## Division of Fractions by Whole Numbers Word Problems

#### Aligned To Common Core Standard:

**Grade 5 Fractions** - 5.NF.7

How to Divide Fractions by Whole Numbers? A lot of kids find division to be a complex arithmetic operation and things get very complicated when the division is taken to an advanced level where fractions get involved. Dividing fractions by whole numbers can get difficult but taking a step-by-step approach can help in countering the difficulties.
**Step 1** - Converting the whole number into a fraction.
To convert the whole number into fraction, you must change the division operation into the multiplication operation.
Example;
5/7 ÷ 5
To convert 5 into a fraction you change division into multiplication;
5/7 × 1/5
**Step 2** - Multiply the Final Fractions - Multiply the numerator of both the fractions, and multiply the denominators of both fractions.
(5 × 1) / (7 × 5)= 5/35
**Step 3** - Simplification - The next step is to simplify the final fraction to get the right answer.
5/35 can be simplified to 1/7

### Printable Worksheets And Lessons

- Sharing Chocolate Pastries
Step-by-step Lesson- How do you share a 1/4 pound of tasty bakery
treat? Let's figure it out!

- Guided Lesson -
A day in the kitchen, I guess! Math on scoops of ice cream, wafer
biscuits, and dried fruit.

- Guided Lesson Explanation
- As you could probably tell, I'm a huge fan of timelines.

- Practice Worksheet
- Time to do a bunch of problems on your own without any prompts
or pictures.

- Matching Worksheet - I know the units kind of give away the answers. At least you can see if the kids read well.

#### Homework Sheets

You will find some real spatial problems in here that you might need to visualize in order to make sense of it.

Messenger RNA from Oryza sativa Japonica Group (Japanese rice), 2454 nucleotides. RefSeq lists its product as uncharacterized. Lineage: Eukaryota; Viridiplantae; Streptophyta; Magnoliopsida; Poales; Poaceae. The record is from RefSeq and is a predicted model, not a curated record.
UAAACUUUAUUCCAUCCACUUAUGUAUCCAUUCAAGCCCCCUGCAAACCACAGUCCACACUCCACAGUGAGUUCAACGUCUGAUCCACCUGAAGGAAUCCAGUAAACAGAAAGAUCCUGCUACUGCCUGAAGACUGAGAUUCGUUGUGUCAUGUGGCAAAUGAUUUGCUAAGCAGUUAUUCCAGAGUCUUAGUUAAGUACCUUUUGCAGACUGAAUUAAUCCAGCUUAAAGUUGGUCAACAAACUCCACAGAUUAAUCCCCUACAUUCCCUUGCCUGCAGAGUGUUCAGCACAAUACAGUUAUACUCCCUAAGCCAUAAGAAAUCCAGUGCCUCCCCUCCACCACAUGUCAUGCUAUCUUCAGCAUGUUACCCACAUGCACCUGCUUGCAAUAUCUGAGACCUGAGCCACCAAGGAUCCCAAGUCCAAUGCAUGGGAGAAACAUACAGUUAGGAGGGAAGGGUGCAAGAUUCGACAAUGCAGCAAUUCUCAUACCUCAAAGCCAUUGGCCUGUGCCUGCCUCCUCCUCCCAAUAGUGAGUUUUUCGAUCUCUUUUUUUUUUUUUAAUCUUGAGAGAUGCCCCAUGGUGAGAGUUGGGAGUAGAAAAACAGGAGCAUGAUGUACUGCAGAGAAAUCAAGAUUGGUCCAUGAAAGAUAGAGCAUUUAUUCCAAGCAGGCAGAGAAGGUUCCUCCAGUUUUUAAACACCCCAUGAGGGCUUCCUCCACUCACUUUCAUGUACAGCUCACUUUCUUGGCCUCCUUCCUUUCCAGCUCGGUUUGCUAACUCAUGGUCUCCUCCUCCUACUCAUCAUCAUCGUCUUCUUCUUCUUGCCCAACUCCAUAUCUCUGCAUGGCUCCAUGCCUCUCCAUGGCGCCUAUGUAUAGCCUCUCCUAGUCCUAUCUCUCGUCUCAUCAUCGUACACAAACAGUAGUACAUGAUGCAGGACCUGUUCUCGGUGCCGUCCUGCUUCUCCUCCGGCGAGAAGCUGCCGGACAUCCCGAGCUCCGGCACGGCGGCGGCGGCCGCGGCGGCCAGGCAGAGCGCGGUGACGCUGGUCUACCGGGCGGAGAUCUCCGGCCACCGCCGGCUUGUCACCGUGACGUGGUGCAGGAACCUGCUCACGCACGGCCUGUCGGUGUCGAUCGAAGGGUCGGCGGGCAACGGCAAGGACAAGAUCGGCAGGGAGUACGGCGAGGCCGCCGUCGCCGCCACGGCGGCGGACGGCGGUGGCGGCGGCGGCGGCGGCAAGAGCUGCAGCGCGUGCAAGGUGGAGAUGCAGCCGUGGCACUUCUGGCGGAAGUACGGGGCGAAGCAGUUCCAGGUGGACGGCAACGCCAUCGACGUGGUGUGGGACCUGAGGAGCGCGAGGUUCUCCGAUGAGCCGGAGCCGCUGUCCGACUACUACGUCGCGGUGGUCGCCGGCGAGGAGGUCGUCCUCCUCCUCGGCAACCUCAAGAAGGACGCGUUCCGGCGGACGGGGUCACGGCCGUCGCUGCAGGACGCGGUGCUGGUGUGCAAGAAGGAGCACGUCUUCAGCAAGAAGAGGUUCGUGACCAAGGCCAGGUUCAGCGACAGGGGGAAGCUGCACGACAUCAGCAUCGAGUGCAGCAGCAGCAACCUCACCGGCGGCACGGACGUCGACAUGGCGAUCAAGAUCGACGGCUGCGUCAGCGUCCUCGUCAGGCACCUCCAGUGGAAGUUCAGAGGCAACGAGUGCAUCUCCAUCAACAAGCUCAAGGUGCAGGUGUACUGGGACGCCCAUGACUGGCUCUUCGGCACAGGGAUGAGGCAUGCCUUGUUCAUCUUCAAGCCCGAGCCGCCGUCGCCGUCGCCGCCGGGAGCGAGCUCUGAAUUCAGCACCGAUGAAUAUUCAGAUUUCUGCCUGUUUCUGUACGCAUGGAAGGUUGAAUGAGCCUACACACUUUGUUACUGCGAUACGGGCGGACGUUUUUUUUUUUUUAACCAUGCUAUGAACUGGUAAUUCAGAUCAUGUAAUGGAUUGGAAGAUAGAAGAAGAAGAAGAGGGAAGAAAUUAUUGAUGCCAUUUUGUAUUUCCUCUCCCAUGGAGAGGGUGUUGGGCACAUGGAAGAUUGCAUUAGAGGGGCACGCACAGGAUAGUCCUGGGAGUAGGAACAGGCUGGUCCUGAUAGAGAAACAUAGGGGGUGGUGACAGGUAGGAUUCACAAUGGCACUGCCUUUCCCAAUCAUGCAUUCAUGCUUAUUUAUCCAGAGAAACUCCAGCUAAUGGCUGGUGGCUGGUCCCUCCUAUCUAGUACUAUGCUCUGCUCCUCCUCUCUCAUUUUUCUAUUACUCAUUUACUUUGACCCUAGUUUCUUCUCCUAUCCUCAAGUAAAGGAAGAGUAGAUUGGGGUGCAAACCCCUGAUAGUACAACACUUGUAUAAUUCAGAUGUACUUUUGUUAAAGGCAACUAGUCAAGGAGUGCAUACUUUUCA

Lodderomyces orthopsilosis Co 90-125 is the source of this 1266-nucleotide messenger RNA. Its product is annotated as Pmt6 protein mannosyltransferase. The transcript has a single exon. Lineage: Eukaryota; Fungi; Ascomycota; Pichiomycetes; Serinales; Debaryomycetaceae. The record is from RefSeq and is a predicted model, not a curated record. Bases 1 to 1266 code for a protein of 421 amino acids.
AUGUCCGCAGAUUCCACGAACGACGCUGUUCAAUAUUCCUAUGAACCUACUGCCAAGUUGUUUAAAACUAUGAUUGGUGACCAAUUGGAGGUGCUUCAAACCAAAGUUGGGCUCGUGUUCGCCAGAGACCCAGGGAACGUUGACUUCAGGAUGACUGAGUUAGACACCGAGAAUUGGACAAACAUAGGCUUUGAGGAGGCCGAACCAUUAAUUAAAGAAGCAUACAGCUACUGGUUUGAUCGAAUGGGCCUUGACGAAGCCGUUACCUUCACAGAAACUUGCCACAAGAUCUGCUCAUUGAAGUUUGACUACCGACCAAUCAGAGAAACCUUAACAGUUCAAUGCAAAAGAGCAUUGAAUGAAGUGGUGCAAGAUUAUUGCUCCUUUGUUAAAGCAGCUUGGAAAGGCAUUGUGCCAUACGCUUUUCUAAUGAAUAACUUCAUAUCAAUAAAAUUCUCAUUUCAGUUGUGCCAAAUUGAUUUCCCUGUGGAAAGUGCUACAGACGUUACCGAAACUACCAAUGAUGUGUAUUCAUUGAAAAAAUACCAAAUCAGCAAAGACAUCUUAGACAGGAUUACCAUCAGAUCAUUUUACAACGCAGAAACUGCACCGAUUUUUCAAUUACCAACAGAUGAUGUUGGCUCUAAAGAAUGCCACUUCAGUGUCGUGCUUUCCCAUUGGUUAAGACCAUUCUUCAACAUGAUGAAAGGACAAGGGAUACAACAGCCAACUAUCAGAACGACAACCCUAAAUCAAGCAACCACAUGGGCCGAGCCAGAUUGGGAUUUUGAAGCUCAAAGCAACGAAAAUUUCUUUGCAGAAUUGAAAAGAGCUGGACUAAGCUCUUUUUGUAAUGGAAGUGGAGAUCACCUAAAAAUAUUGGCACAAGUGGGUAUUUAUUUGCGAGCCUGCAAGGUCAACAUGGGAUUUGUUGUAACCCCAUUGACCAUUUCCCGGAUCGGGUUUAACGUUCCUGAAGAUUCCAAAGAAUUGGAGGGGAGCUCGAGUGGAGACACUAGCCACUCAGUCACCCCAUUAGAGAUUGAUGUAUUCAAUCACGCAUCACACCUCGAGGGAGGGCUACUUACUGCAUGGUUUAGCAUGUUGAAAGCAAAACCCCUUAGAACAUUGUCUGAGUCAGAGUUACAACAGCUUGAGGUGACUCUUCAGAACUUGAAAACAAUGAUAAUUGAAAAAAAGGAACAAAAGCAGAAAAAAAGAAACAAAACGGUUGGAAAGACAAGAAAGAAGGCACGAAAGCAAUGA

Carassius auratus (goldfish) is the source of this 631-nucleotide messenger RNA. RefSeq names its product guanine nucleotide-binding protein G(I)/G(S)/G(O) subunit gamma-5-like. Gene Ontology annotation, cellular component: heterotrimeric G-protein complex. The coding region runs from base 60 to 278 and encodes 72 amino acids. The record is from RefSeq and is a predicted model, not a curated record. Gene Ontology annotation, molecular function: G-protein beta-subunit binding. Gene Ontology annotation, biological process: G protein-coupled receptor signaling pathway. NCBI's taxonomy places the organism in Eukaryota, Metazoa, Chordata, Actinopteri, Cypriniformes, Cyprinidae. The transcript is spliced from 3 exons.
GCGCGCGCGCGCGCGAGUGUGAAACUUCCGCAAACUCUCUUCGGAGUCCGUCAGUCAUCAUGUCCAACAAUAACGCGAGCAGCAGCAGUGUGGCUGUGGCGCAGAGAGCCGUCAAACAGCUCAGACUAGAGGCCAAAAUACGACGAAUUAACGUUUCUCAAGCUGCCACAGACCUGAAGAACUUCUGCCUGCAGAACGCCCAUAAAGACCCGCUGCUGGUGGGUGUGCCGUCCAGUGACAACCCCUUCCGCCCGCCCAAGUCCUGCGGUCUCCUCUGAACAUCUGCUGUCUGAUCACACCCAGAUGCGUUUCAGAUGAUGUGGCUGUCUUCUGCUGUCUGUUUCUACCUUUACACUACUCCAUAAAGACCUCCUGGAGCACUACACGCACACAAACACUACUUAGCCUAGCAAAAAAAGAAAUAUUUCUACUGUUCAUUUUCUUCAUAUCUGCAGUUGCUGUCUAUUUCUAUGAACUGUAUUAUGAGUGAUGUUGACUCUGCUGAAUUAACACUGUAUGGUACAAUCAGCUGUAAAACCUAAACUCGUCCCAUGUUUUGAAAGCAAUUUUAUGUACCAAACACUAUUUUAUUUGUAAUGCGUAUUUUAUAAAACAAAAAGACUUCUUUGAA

- Homework 1 - Jett placed books evenly among 6 shelves. On one shelf he placed 8 books. How many books were there in total?
- Homework 2 - Sally had wallets. She gave the same number to 4 friends. One friend got 6 wallets. How many wallets were there in total?
- Homework 3 - Kayla equally distributed rings to 18 people. One person got 14 rings. How many rings were there in total?

#### Practice Worksheets

Is it called a "calligraphy" pen? I wasn't sure. I threw it through Google and there was no definitive answer anywhere.

- Practice 1 - Declan bought calligraphy pens. He distributed them evenly among 3 friends. One friend got 8 pens. How many calligraphy pens did Declan buy?
- Practice 2 - Anna distributed pairs of earrings to 18 friends. They all got the same amount. One friend got 4 pairs of earrings. How many pairs of earrings were there in total?
- Practice 3 - Sienna bought pen boxes. He distributed them evenly among 19 friends. One friend got 6 pen boxes. How many pen boxes did he buy?

#### Math Skill Quizzes

Denial seems to be a great Christmas gift giver. I always thought of her more as a taker. You'll see what I mean on number 1.

- Quiz 1 - Paige gave the same number of combs to 2 friends. One friend got 9 combs. How many combs were there in total?
- Quiz 2 - Gabriella equally distributed markers to 10 people. One person got 10 markers. How many markers were there in total?
- Quiz 3 - Harry bought magic balls. He distributed them evenly among 6 friends. One friend got 28 magic balls. How many magic balls did he buy?

### How to Spot the Division of Fractions in a Word Problem

When you are tackling any story or situational based math problem your focus should be on identifying all the details first. Once you understand the overall process of what is happening, you just need to drop the numbers into the process to solve them. If we spot any of the following keywords, you bet the farm that division is taking place to solve the problem: average, cut, even, every, out of, ratio, share, and split. For example, if we were examining the problem: Jeanne was bought chocolates to share with her favorite teachers. If she purchased 3/4 pounds of chocolate and needed to share them between her 3 favorite teacher, how much chocolate would each teacher receive. The concept here is that an amount of chocolate will be shared between people (teachers). The word "share" tells us which operation we are working with. We are looking for the amount of chocolate each person would receive, if it were shared equally. If we were to write this as an equation it would resemble: amount of chocolate = all chocolate ÷ number of people. Like I said, we now just have to put the numbers in: amount of chocolate = 3/4 pounds ÷ 3. In the end each teacher would receive a quarter pound of chocolate.